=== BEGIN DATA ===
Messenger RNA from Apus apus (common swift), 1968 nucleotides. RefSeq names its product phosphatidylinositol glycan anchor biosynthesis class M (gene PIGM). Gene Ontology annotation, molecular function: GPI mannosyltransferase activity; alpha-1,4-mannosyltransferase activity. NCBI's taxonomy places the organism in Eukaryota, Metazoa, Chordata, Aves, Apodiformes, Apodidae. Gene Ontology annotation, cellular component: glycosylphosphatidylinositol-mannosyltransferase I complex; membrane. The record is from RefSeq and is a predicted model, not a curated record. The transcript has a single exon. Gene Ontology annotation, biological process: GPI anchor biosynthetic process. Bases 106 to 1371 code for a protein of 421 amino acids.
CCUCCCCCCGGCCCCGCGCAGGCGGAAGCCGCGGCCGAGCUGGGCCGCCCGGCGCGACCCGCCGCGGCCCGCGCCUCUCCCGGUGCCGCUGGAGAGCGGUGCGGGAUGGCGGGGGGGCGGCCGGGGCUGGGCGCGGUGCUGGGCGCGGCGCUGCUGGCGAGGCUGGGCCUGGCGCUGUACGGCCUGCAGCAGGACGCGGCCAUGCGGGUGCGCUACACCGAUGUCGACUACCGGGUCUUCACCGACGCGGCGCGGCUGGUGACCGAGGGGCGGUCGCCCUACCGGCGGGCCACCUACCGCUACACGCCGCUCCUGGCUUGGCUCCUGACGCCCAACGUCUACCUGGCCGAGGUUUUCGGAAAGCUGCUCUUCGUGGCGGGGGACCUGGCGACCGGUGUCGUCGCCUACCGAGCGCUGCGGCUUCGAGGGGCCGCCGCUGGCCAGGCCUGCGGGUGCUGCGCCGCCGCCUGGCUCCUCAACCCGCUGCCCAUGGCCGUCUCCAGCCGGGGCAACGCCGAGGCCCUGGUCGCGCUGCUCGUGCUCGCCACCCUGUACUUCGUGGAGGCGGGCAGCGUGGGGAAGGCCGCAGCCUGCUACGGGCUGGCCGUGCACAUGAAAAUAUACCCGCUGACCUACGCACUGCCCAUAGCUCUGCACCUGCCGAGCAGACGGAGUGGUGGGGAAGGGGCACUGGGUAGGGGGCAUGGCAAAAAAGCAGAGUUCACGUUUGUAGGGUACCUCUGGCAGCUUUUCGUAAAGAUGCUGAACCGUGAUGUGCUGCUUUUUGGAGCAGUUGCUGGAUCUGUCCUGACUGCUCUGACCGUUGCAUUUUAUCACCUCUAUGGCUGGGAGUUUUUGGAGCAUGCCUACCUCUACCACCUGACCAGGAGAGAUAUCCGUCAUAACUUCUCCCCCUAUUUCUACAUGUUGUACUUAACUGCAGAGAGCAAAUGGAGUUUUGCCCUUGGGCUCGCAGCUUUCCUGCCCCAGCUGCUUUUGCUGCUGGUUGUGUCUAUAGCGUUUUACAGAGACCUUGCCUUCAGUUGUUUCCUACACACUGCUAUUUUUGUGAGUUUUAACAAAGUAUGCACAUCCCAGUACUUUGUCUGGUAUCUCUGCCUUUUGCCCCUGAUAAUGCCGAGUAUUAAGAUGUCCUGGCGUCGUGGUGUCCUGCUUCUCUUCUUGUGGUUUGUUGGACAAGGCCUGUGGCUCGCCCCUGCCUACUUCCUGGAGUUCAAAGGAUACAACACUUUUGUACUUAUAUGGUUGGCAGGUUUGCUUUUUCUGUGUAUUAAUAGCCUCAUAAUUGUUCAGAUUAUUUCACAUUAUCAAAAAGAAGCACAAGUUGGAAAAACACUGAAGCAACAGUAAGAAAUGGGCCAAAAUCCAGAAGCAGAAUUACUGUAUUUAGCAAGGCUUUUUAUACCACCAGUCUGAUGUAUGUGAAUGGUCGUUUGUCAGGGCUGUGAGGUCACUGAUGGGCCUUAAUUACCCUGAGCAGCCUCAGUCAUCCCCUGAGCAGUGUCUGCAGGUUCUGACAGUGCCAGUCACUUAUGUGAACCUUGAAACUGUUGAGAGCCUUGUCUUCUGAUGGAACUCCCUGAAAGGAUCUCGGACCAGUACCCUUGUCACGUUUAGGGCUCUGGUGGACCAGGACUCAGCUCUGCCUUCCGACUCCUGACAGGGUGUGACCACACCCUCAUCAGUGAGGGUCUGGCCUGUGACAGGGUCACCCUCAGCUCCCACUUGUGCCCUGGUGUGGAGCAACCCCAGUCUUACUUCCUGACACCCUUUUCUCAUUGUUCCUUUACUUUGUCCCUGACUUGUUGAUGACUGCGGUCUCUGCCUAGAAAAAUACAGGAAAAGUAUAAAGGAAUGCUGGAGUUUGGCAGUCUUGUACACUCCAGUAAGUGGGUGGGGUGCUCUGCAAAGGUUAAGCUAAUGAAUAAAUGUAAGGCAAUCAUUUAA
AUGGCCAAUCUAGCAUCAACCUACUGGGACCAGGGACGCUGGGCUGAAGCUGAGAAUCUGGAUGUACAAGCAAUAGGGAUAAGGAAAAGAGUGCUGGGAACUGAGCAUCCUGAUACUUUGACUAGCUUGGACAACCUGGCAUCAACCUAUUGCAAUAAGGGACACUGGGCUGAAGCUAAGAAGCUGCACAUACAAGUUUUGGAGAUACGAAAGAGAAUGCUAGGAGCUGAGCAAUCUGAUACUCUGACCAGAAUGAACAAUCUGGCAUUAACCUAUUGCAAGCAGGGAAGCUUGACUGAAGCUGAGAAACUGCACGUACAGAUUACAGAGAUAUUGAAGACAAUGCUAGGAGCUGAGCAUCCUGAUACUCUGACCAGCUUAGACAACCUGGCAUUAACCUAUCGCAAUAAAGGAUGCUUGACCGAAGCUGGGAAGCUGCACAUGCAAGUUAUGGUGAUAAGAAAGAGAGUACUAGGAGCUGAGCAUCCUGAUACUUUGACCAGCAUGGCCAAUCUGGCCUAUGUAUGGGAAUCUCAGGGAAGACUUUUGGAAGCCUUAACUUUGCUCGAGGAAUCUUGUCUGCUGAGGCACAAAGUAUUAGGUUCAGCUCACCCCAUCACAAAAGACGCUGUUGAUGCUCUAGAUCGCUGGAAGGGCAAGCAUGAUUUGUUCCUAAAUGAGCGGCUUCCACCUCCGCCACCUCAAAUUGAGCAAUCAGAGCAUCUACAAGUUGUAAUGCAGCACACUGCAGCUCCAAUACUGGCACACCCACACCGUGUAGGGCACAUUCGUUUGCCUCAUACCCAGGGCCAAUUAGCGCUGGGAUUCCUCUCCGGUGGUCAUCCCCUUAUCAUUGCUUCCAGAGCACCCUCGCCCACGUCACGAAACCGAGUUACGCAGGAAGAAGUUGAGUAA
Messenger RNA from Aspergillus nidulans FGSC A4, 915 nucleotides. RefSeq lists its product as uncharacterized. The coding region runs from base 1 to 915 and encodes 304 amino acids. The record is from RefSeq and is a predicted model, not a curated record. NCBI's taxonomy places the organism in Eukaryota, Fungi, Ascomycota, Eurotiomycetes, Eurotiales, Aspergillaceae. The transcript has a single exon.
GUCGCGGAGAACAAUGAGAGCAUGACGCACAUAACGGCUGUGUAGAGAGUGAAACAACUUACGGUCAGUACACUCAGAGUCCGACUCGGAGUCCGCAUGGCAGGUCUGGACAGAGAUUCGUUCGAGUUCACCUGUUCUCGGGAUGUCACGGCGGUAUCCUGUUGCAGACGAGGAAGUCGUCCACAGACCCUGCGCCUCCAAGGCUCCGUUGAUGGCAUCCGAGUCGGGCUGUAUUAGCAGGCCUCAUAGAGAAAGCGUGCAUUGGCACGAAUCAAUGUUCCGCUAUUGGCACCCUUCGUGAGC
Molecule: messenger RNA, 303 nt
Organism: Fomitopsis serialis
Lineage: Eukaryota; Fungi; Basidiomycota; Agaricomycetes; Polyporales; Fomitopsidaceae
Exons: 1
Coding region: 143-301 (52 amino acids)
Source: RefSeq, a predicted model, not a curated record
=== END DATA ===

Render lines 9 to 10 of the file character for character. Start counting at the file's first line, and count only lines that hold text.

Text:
Exons: 1
Coding region: 143-301 (52 amino acids)